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“To me, a story really sings when it shows the scientists’ emotions.” Nicholas St. Fleur, The New York Times science reporter.

From the peak of an active volcano to the center of a theater stage, everywhere you look Boise State students and faculty are changing the region and the world through research, scholarship and creative activities. However, communicating the value and importance of these ventures to a non-academic audience can be a challenge. Here are some tips, tricks and resources to help you get started.

Tip 1: You are (the most important) part of your research

Professor Owen McDougal holds a cross section of a yam

“Why do you write poetry about American culture?” “Why do you research mesenchymal stem cells?” “Why do you study gyrfalcons in Alaska?” “Why do you create sculptures from recycled media?”

At the center of all of these questions is “You.” The audience is looking to you to relate to, to explain why your research and creative scholarship is valuable, and in what way. Seek opportunities to tell the story of:

  • why you got into your field,
  • what you have discovered about yourself in your work,
  • what excites you about your work,
  • what challenges you,
  • what you hope to do in the future, et cetera.

A reader may not understand the complex science of studying Alzheimer’s, but, they can understand and empathize with another human being who feels driven to cure a painful disease that negatively impacts billions.

Tip 2: Impact is Key

When faced with covering a possible research or creative scholarship story, members of the media will first need to know the answer to one question: “why does it matter?” To answer this question, focus on how your scholarship might be used. Perhaps it will answer a long-debated question, or challenge perspectives, or impact future policies. Being able to explain how your scholarship will impact people, places, or your field of study is a ‘must.’ Your campus Research Communicator is always happy to help:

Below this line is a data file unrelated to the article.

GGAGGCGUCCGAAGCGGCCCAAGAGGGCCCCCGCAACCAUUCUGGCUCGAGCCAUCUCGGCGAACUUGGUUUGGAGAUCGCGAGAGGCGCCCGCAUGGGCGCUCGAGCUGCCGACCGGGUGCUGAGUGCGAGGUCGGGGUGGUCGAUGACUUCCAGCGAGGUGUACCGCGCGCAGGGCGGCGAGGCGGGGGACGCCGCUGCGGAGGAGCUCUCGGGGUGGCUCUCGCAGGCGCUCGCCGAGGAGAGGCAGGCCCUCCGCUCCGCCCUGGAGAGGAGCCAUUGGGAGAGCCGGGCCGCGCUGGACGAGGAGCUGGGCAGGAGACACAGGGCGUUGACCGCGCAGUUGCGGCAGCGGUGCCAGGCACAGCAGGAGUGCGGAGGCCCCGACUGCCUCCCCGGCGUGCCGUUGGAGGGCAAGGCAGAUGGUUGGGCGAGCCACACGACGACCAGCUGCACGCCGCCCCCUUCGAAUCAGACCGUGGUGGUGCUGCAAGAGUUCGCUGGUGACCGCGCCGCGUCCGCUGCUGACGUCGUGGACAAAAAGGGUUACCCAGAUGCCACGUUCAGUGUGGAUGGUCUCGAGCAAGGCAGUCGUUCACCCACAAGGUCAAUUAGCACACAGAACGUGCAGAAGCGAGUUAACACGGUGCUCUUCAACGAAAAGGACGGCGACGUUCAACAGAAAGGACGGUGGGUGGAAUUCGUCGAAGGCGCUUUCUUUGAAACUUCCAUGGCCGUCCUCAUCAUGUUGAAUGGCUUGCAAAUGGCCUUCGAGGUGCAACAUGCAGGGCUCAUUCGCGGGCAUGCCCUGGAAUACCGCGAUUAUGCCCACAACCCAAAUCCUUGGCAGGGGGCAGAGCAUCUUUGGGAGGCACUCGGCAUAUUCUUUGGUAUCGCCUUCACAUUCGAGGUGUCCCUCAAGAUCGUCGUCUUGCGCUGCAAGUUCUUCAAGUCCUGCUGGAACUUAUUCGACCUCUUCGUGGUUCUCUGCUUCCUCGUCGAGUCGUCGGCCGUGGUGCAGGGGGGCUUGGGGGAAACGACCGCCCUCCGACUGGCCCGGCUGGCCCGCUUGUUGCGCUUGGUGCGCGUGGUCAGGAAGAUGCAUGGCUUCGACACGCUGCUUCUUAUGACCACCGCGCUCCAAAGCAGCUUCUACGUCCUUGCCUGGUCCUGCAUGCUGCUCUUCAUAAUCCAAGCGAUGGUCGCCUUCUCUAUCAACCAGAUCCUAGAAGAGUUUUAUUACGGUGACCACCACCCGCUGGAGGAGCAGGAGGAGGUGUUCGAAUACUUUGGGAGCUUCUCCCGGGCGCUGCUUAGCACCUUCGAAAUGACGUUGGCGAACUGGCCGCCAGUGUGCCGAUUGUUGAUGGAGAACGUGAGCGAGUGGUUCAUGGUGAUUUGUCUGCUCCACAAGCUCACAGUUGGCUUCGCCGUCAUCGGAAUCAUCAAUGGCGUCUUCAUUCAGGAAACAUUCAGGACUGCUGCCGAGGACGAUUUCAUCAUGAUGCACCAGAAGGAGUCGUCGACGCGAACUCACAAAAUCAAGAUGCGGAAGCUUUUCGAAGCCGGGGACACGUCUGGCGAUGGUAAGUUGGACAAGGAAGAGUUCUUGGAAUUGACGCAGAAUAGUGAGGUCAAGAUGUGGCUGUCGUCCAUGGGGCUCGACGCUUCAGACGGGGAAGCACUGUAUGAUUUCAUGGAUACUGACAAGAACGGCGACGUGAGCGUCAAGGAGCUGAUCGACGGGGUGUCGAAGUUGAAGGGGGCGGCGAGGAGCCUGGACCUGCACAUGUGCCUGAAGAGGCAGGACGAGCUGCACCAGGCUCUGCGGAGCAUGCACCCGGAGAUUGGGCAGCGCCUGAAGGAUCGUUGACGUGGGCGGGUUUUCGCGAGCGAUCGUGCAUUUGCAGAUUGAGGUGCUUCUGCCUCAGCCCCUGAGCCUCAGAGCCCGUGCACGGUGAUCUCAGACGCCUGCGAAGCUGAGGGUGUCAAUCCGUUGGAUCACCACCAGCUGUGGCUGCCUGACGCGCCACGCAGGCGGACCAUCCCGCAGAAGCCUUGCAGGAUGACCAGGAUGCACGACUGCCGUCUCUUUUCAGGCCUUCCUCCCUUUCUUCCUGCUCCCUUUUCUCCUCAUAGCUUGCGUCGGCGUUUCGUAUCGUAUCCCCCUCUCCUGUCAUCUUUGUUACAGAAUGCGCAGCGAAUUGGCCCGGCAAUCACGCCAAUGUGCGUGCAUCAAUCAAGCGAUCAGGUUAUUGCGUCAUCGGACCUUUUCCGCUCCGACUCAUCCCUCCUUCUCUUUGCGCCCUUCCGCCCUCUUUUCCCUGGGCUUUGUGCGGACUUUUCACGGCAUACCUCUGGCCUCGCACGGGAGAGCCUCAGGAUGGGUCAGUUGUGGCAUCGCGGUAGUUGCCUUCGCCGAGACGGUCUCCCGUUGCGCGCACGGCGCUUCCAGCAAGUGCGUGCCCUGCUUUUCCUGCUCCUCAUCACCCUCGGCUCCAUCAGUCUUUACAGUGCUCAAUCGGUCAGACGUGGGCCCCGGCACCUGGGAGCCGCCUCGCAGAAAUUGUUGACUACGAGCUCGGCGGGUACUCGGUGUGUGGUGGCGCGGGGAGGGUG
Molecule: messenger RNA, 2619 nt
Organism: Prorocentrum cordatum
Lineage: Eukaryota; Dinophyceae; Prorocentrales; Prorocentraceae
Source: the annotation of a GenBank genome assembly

Tip 3: Create the right story for the right audience

When a non-scientist or non-researcher reads an article in a scientific journal, they usually only read two parts: the abstract, and the conclusion. Why? Because these sections most succinctly explain the point and the outcome of the research, and often discard jargon in favor of accessibility. Your storytelling must do the same.

What comprehension level do science communicators generally aim for? High school students. This is a level with at least a general education in most fields, and little specialized subject knowledge.

Tip 4: Embrace Sensory Imagery, Metaphor and Analogy

To non-scientists, research can seem a mysterious world of test-tubes, microscopes, and wizardry. By using the five senses, metaphor, and imagery in your storytelling, you can help the audience to embrace what you are speaking about. Consider parts of your research that you can explain by comparing them to a common or relatable experience. While it might feel uncomfortable as a scientist to describe your work in anything less than journal-ready terms, it’s an important exercise to communicate your research to a lay audience. Then, test out these metaphors and analogies on your friends and family and gauge their reactions.

“I once went to a researcher’s office feeling anxious that I wouldn’t be able to understand their work. I began the interview, and they asked me ‘Have you ever watched rain fall on a waxed car? That’s what it’s like when quantum dots form.’ Suddenly I wasn’t afraid anymore, because I could see it.”  Brianne Phillips, Research Communications Specialist

Tip 5: Get assistance from your friendly campus science communicator

Who to contact with questions